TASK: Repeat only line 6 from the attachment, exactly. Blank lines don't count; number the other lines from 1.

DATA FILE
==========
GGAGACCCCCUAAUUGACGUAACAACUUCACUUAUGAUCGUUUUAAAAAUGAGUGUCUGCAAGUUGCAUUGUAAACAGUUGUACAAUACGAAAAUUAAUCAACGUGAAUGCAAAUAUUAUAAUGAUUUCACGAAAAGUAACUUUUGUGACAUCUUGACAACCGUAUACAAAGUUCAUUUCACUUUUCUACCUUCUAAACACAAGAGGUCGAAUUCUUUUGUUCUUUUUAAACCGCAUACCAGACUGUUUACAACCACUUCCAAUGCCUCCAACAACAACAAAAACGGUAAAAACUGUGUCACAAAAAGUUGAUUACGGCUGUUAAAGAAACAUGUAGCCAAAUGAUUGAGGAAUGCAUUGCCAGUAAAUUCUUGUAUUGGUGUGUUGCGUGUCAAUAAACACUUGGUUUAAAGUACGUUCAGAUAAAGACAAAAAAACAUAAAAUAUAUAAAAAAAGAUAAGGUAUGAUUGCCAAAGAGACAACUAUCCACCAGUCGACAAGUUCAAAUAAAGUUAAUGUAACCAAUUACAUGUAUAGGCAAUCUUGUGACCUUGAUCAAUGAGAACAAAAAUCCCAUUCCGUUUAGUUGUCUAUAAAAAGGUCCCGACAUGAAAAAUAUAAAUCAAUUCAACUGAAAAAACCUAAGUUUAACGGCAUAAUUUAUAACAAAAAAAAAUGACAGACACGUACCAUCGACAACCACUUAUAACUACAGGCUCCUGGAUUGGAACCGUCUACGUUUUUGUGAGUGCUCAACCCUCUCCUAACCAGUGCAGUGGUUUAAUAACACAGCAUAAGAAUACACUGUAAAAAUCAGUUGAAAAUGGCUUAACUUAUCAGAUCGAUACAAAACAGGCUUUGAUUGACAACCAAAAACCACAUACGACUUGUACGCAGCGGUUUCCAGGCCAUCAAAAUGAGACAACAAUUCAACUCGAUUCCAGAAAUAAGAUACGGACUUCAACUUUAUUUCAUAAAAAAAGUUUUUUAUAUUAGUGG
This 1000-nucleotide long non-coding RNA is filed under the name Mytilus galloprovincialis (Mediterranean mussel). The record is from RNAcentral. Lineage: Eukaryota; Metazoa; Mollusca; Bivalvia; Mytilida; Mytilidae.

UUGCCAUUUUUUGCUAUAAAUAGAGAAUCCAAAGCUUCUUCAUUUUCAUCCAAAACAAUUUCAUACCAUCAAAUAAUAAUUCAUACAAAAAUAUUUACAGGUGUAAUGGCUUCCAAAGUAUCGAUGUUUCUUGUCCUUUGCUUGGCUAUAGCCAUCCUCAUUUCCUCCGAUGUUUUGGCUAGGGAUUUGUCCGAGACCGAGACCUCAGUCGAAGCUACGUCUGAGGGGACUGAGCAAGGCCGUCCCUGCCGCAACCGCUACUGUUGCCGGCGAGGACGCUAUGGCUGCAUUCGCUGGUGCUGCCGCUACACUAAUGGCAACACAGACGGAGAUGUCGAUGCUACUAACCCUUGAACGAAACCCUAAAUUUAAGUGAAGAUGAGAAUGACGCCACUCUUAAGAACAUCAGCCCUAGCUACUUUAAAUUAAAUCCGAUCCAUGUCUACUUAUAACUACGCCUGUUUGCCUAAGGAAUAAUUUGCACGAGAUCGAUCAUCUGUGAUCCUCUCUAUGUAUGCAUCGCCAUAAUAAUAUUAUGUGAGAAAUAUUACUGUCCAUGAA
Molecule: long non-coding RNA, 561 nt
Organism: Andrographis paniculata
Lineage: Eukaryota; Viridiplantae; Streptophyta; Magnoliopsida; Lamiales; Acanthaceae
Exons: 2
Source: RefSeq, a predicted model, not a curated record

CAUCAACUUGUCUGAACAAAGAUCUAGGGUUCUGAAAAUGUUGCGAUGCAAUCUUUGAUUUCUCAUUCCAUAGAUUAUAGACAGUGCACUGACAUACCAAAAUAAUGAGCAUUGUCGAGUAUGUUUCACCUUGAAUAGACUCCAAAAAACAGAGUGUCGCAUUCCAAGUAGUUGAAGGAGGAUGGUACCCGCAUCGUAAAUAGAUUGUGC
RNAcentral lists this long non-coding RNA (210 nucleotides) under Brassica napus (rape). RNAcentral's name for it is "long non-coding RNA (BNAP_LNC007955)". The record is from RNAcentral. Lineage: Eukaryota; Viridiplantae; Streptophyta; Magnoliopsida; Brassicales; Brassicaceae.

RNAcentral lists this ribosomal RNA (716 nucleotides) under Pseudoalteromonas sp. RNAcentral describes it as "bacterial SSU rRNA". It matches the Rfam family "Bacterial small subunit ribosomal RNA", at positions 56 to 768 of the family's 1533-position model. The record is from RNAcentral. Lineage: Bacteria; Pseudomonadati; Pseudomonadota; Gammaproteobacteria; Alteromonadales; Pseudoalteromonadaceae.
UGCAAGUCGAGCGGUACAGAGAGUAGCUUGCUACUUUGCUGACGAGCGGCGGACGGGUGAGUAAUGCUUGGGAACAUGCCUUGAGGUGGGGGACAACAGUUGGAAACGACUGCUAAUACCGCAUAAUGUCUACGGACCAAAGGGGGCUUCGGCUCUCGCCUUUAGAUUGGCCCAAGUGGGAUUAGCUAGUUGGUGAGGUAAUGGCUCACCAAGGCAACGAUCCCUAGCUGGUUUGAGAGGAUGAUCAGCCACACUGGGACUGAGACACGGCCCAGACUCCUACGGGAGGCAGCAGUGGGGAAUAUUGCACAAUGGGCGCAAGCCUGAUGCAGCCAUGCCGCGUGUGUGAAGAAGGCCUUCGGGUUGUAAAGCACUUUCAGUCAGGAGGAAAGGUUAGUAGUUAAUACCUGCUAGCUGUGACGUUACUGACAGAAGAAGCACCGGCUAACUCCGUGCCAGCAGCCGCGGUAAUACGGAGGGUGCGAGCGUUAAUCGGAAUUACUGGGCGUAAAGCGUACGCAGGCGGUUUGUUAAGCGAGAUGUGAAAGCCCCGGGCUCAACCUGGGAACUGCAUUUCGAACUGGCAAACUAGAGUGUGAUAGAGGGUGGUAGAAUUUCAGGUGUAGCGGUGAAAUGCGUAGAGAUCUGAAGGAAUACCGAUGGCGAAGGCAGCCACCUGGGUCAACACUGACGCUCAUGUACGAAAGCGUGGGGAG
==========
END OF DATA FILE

Lineage: Eukaryota; Viridiplantae; Streptophyta; Magnoliopsida; Lamiales; Acanthaceae